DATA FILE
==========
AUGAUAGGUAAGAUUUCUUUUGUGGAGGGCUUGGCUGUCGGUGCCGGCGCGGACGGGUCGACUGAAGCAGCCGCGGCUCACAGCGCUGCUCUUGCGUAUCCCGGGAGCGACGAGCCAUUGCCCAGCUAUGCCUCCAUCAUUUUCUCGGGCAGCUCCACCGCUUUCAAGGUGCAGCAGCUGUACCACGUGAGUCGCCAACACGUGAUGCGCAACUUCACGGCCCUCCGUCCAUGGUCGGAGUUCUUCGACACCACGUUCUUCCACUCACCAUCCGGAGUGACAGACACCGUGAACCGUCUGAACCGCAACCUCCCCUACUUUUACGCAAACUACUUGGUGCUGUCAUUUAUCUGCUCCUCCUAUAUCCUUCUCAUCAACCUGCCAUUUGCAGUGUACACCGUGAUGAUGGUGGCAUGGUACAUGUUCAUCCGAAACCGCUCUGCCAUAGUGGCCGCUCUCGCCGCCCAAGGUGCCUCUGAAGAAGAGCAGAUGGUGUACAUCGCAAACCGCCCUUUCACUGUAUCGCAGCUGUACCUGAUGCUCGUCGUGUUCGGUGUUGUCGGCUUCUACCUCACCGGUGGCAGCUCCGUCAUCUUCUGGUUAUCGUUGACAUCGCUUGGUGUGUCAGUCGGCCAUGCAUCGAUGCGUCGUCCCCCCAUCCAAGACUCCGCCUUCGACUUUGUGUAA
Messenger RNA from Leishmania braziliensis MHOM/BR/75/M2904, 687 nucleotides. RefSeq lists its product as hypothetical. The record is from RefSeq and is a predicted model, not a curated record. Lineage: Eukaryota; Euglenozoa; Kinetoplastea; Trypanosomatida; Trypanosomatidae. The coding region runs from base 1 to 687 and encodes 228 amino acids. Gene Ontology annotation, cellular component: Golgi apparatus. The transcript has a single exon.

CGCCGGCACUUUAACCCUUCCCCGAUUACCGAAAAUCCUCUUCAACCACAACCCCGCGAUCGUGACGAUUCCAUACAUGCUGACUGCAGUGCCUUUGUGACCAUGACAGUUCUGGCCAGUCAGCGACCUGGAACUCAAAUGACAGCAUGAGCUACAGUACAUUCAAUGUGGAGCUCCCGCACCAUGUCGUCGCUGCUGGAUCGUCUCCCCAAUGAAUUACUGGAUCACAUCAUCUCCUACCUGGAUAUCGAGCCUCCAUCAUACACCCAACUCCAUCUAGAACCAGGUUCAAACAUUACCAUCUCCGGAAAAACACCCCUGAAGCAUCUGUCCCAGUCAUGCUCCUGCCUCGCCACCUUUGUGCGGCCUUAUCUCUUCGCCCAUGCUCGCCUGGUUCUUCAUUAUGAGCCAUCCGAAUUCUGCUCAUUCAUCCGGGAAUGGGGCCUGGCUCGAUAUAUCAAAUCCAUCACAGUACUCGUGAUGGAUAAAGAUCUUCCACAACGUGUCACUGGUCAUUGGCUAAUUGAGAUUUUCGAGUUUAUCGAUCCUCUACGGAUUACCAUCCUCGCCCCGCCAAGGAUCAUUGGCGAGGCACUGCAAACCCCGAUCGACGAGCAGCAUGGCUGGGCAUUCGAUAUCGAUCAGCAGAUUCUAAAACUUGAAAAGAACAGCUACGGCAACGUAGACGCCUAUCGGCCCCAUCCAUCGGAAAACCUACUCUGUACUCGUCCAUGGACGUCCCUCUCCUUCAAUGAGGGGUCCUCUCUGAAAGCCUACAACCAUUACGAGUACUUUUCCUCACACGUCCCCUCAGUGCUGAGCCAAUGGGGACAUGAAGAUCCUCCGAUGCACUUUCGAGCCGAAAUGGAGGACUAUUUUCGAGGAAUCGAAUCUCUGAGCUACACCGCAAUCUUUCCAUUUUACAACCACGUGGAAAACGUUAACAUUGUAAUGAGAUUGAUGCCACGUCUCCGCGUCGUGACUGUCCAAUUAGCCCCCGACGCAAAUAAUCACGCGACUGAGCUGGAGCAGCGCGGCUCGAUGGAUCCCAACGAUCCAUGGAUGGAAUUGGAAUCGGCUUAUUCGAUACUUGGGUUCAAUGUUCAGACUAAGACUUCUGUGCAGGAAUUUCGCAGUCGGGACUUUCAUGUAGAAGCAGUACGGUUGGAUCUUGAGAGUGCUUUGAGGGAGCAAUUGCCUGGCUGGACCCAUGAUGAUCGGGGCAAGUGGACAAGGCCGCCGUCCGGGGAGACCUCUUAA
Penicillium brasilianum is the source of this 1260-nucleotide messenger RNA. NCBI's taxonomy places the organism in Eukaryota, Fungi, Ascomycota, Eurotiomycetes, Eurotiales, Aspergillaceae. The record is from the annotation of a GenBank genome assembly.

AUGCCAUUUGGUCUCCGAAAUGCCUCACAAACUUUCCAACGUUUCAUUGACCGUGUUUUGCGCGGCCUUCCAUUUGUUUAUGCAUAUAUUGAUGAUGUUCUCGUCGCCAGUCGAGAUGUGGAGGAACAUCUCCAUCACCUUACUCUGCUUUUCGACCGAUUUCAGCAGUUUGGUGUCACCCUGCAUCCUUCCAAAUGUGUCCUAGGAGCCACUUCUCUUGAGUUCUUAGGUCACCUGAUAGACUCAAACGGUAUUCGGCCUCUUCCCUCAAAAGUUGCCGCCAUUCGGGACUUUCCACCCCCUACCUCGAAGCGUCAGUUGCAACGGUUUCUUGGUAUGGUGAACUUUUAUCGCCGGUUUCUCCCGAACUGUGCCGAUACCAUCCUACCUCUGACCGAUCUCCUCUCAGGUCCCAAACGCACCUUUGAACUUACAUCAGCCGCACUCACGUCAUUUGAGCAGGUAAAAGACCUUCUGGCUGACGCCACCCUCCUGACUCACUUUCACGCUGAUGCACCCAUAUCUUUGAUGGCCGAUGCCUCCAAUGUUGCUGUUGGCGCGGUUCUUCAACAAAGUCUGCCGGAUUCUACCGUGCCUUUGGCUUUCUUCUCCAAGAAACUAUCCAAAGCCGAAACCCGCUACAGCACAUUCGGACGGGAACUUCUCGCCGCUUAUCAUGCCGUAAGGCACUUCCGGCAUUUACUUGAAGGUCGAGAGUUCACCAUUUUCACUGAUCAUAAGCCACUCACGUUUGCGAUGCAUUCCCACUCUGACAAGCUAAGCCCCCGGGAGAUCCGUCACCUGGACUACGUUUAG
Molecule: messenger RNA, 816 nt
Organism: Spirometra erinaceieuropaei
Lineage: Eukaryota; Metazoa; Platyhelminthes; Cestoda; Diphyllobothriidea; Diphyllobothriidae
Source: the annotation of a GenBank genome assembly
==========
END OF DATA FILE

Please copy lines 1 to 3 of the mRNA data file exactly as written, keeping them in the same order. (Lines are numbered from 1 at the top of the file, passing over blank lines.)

AUGAUAGGUAAGAUUUCUUUUGUGGAGGGCUUGGCUGUCGGUGCCGGCGCGGACGGGUCGACUGAAGCAGCCGCGGCUCACAGCGCUGCUCUUGCGUAUCCCGGGAGCGACGAGCCAUUGCCCAGCUAUGCCUCCAUCAUUUUCUCGGGCAGCUCCACCGCUUUCAAGGUGCAGCAGCUGUACCACGUGAGUCGCCAACACGUGAUGCGCAACUUCACGGCCCUCCGUCCAUGGUCGGAGUUCUUCGACACCACGUUCUUCCACUCACCAUCCGGAGUGACAGACACCGUGAACCGUCUGAACCGCAACCUCCCCUACUUUUACGCAAACUACUUGGUGCUGUCAUUUAUCUGCUCCUCCUAUAUCCUUCUCAUCAACCUGCCAUUUGCAGUGUACACCGUGAUGAUGGUGGCAUGGUACAUGUUCAUCCGAAACCGCUCUGCCAUAGUGGCCGCUCUCGCCGCCCAAGGUGCCUCUGAAGAAGAGCAGAUGGUGUACAUCGCAAACCGCCCUUUCACUGUAUCGCAGCUGUACCUGAUGCUCGUCGUGUUCGGUGUUGUCGGCUUCUACCUCACCGGUGGCAGCUCCGUCAUCUUCUGGUUAUCGUUGACAUCGCUUGGUGUGUCAGUCGGCCAUGCAUCGAUGCGUCGUCCCCCCAUCCAAGACUCCGCCUUCGACUUUGUGUAA
Messenger RNA from Leishmania braziliensis MHOM/BR/75/M2904, 687 nucleotides. RefSeq lists its product as hypothetical. The record is from RefSeq and is a predicted model, not a curated record. Lineage: Eukaryota; Euglenozoa; Kinetoplastea; Trypanosomatida; Trypanosomatidae. The coding region runs from base 1 to 687 and encodes 228 amino acids. Gene Ontology annotation, cellular component: Golgi apparatus. The transcript has a single exon.

CGCCGGCACUUUAACCCUUCCCCGAUUACCGAAAAUCCUCUUCAACCACAACCCCGCGAUCGUGACGAUUCCAUACAUGCUGACUGCAGUGCCUUUGUGACCAUGACAGUUCUGGCCAGUCAGCGACCUGGAACUCAAAUGACAGCAUGAGCUACAGUACAUUCAAUGUGGAGCUCCCGCACCAUGUCGUCGCUGCUGGAUCGUCUCCCCAAUGAAUUACUGGAUCACAUCAUCUCCUACCUGGAUAUCGAGCCUCCAUCAUACACCCAACUCCAUCUAGAACCAGGUUCAAACAUUACCAUCUCCGGAAAAACACCCCUGAAGCAUCUGUCCCAGUCAUGCUCCUGCCUCGCCACCUUUGUGCGGCCUUAUCUCUUCGCCCAUGCUCGCCUGGUUCUUCAUUAUGAGCCAUCCGAAUUCUGCUCAUUCAUCCGGGAAUGGGGCCUGGCUCGAUAUAUCAAAUCCAUCACAGUACUCGUGAUGGAUAAAGAUCUUCCACAACGUGUCACUGGUCAUUGGCUAAUUGAGAUUUUCGAGUUUAUCGAUCCUCUACGGAUUACCAUCCUCGCCCCGCCAAGGAUCAUUGGCGAGGCACUGCAAACCCCGAUCGACGAGCAGCAUGGCUGGGCAUUCGAUAUCGAUCAGCAGAUUCUAAAACUUGAAAAGAACAGCUACGGCAACGUAGACGCCUAUCGGCCCCAUCCAUCGGAAAACCUACUCUGUACUCGUCCAUGGACGUCCCUCUCCUUCAAUGAGGGGUCCUCUCUGAAAGCCUACAACCAUUACGAGUACUUUUCCUCACACGUCCCCUCAGUGCUGAGCCAAUGGGGACAUGAAGAUCCUCCGAUGCACUUUCGAGCCGAAAUGGAGGACUAUUUUCGAGGAAUCGAAUCUCUGAGCUACACCGCAAUCUUUCCAUUUUACAACCACGUGGAAAACGUUAACAUUGUAAUGAGAUUGAUGCCACGUCUCCGCGUCGUGACUGUCCAAUUAGCCCCCGACGCAAAUAAUCACGCGACUGAGCUGGAGCAGCGCGGCUCGAUGGAUCCCAACGAUCCAUGGAUGGAAUUGGAAUCGGCUUAUUCGAUACUUGGGUUCAAUGUUCAGACUAAGACUUCUGUGCAGGAAUUUCGCAGUCGGGACUUUCAUGUAGAAGCAGUACGGUUGGAUCUUGAGAGUGCUUUGAGGGAGCAAUUGCCUGGCUGGACCCAUGAUGAUCGGGGCAAGUGGACAAGGCCGCCGUCCGGGGAGACCUCUUAA